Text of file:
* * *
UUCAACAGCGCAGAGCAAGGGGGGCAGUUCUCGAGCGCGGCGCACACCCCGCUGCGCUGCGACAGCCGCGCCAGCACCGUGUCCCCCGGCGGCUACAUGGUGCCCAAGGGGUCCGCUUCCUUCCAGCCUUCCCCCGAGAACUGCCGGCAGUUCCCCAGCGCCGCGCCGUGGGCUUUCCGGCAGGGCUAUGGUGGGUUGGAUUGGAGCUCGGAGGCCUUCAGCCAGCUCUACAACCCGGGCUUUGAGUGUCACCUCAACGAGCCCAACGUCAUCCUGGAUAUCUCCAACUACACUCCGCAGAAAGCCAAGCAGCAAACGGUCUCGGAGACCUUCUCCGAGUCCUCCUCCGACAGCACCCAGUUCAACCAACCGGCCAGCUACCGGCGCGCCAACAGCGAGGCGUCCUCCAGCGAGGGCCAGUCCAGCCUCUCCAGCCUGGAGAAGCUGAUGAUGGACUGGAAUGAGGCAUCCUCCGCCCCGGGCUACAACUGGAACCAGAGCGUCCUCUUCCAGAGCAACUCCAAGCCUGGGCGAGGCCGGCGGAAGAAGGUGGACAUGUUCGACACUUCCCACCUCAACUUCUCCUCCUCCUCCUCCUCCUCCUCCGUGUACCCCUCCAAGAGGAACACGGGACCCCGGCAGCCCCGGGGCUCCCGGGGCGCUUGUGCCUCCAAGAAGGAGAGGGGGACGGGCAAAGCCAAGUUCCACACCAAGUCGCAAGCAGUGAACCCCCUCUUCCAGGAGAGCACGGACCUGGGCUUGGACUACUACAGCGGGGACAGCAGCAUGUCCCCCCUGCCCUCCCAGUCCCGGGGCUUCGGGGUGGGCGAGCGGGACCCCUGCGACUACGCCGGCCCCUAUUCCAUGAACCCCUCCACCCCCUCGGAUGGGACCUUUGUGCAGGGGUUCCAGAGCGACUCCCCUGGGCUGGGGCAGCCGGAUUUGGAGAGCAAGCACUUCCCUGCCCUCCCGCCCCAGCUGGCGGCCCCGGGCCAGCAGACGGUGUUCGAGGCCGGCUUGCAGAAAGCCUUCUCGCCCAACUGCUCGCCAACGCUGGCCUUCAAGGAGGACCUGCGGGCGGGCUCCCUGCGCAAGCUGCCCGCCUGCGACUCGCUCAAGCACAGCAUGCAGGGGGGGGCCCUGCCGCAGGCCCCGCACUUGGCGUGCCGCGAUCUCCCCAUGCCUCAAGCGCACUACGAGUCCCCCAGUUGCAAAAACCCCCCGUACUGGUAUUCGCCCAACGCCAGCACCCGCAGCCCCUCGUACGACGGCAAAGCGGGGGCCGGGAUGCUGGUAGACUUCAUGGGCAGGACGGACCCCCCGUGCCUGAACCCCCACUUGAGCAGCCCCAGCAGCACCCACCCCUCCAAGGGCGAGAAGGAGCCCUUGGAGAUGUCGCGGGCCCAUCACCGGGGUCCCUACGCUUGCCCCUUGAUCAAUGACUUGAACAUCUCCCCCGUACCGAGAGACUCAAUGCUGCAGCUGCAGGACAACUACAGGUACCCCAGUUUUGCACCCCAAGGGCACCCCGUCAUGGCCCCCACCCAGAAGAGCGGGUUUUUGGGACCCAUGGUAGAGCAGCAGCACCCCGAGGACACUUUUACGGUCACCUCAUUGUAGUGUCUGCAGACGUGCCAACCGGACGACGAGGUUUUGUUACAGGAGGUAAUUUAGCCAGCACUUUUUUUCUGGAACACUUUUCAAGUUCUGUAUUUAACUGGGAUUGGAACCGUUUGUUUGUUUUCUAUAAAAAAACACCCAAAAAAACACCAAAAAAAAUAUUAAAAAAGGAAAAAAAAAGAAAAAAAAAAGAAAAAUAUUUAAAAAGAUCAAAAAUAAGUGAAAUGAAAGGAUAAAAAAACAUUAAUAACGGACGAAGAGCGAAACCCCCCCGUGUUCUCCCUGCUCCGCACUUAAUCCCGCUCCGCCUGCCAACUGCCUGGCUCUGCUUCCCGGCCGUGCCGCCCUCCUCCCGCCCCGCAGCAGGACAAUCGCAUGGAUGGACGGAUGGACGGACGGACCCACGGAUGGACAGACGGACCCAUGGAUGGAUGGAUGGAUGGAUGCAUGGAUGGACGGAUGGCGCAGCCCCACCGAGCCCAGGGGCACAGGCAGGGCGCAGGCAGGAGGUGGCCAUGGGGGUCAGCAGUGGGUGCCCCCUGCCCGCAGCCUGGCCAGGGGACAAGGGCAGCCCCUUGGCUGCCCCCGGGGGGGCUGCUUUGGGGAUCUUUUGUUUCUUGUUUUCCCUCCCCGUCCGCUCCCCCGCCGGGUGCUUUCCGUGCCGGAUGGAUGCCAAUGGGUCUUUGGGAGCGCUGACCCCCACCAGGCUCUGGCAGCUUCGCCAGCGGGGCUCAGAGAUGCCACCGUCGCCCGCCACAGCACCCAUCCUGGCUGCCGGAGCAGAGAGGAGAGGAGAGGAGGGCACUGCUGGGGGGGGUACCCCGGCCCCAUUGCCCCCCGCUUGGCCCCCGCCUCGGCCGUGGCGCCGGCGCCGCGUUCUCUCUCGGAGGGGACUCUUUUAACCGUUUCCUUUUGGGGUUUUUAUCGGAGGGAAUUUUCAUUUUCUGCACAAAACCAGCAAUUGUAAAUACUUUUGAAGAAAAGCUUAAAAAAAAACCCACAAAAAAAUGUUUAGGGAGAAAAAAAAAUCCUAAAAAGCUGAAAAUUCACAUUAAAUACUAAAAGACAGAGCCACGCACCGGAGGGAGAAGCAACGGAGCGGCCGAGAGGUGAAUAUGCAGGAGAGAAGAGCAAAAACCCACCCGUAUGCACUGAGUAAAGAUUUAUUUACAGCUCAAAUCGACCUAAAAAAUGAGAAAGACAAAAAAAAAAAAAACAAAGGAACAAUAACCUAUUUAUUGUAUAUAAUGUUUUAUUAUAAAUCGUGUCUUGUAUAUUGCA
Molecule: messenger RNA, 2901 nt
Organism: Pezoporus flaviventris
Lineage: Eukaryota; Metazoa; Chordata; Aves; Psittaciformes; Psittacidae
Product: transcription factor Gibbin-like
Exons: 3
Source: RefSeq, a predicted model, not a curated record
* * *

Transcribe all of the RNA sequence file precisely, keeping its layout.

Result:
UUCAACAGCGCAGAGCAAGGGGGGCAGUUCUCGAGCGCGGCGCACACCCCGCUGCGCUGCGACAGCCGCGCCAGCACCGUGUCCCCCGGCGGCUACAUGGUGCCCAAGGGGUCCGCUUCCUUCCAGCCUUCCCCCGAGAACUGCCGGCAGUUCCCCAGCGCCGCGCCGUGGGCUUUCCGGCAGGGCUAUGGUGGGUUGGAUUGGAGCUCGGAGGCCUUCAGCCAGCUCUACAACCCGGGCUUUGAGUGUCACCUCAACGAGCCCAACGUCAUCCUGGAUAUCUCCAACUACACUCCGCAGAAAGCCAAGCAGCAAACGGUCUCGGAGACCUUCUCCGAGUCCUCCUCCGACAGCACCCAGUUCAACCAACCGGCCAGCUACCGGCGCGCCAACAGCGAGGCGUCCUCCAGCGAGGGCCAGUCCAGCCUCUCCAGCCUGGAGAAGCUGAUGAUGGACUGGAAUGAGGCAUCCUCCGCCCCGGGCUACAACUGGAACCAGAGCGUCCUCUUCCAGAGCAACUCCAAGCCUGGGCGAGGCCGGCGGAAGAAGGUGGACAUGUUCGACACUUCCCACCUCAACUUCUCCUCCUCCUCCUCCUCCUCCUCCGUGUACCCCUCCAAGAGGAACACGGGACCCCGGCAGCCCCGGGGCUCCCGGGGCGCUUGUGCCUCCAAGAAGGAGAGGGGGACGGGCAAAGCCAAGUUCCACACCAAGUCGCAAGCAGUGAACCCCCUCUUCCAGGAGAGCACGGACCUGGGCUUGGACUACUACAGCGGGGACAGCAGCAUGUCCCCCCUGCCCUCCCAGUCCCGGGGCUUCGGGGUGGGCGAGCGGGACCCCUGCGACUACGCCGGCCCCUAUUCCAUGAACCCCUCCACCCCCUCGGAUGGGACCUUUGUGCAGGGGUUCCAGAGCGACUCCCCUGGGCUGGGGCAGCCGGAUUUGGAGAGCAAGCACUUCCCUGCCCUCCCGCCCCAGCUGGCGGCCCCGGGCCAGCAGACGGUGUUCGAGGCCGGCUUGCAGAAAGCCUUCUCGCCCAACUGCUCGCCAACGCUGGCCUUCAAGGAGGACCUGCGGGCGGGCUCCCUGCGCAAGCUGCCCGCCUGCGACUCGCUCAAGCACAGCAUGCAGGGGGGGGCCCUGCCGCAGGCCCCGCACUUGGCGUGCCGCGAUCUCCCCAUGCCUCAAGCGCACUACGAGUCCCCCAGUUGCAAAAACCCCCCGUACUGGUAUUCGCCCAACGCCAGCACCCGCAGCCCCUCGUACGACGGCAAAGCGGGGGCCGGGAUGCUGGUAGACUUCAUGGGCAGGACGGACCCCCCGUGCCUGAACCCCCACUUGAGCAGCCCCAGCAGCACCCACCCCUCCAAGGGCGAGAAGGAGCCCUUGGAGAUGUCGCGGGCCCAUCACCGGGGUCCCUACGCUUGCCCCUUGAUCAAUGACUUGAACAUCUCCCCCGUACCGAGAGACUCAAUGCUGCAGCUGCAGGACAACUACAGGUACCCCAGUUUUGCACCCCAAGGGCACCCCGUCAUGGCCCCCACCCAGAAGAGCGGGUUUUUGGGACCCAUGGUAGAGCAGCAGCACCCCGAGGACACUUUUACGGUCACCUCAUUGUAGUGUCUGCAGACGUGCCAACCGGACGACGAGGUUUUGUUACAGGAGGUAAUUUAGCCAGCACUUUUUUUCUGGAACACUUUUCAAGUUCUGUAUUUAACUGGGAUUGGAACCGUUUGUUUGUUUUCUAUAAAAAAACACCCAAAAAAACACCAAAAAAAAUAUUAAAAAAGGAAAAAAAAAGAAAAAAAAAAGAAAAAUAUUUAAAAAGAUCAAAAAUAAGUGAAAUGAAAGGAUAAAAAAACAUUAAUAACGGACGAAGAGCGAAACCCCCCCGUGUUCUCCCUGCUCCGCACUUAAUCCCGCUCCGCCUGCCAACUGCCUGGCUCUGCUUCCCGGCCGUGCCGCCCUCCUCCCGCCCCGCAGCAGGACAAUCGCAUGGAUGGACGGAUGGACGGACGGACCCACGGAUGGACAGACGGACCCAUGGAUGGAUGGAUGGAUGGAUGCAUGGAUGGACGGAUGGCGCAGCCCCACCGAGCCCAGGGGCACAGGCAGGGCGCAGGCAGGAGGUGGCCAUGGGGGUCAGCAGUGGGUGCCCCCUGCCCGCAGCCUGGCCAGGGGACAAGGGCAGCCCCUUGGCUGCCCCCGGGGGGGCUGCUUUGGGGAUCUUUUGUUUCUUGUUUUCCCUCCCCGUCCGCUCCCCCGCCGGGUGCUUUCCGUGCCGGAUGGAUGCCAAUGGGUCUUUGGGAGCGCUGACCCCCACCAGGCUCUGGCAGCUUCGCCAGCGGGGCUCAGAGAUGCCACCGUCGCCCGCCACAGCACCCAUCCUGGCUGCCGGAGCAGAGAGGAGAGGAGAGGAGGGCACUGCUGGGGGGGGUACCCCGGCCCCAUUGCCCCCCGCUUGGCCCCCGCCUCGGCCGUGGCGCCGGCGCCGCGUUCUCUCUCGGAGGGGACUCUUUUAACCGUUUCCUUUUGGGGUUUUUAUCGGAGGGAAUUUUCAUUUUCUGCACAAAACCAGCAAUUGUAAAUACUUUUGAAGAAAAGCUUAAAAAAAAACCCACAAAAAAAUGUUUAGGGAGAAAAAAAAAUCCUAAAAAGCUGAAAAUUCACAUUAAAUACUAAAAGACAGAGCCACGCACCGGAGGGAGAAGCAACGGAGCGGCCGAGAGGUGAAUAUGCAGGAGAGAAGAGCAAAAACCCACCCGUAUGCACUGAGUAAAGAUUUAUUUACAGCUCAAAUCGACCUAAAAAAUGAGAAAGACAAAAAAAAAAAAAACAAAGGAACAAUAACCUAUUUAUUGUAUAUAAUGUUUUAUUAUAAAUCGUGUCUUGUAUAUUGCA
Molecule: messenger RNA, 2901 nt
Organism: Pezoporus flaviventris
Lineage: Eukaryota; Metazoa; Chordata; Aves; Psittaciformes; Psittacidae
Product: transcription factor Gibbin-like
Exons: 3
Source: RefSeq, a predicted model, not a curated record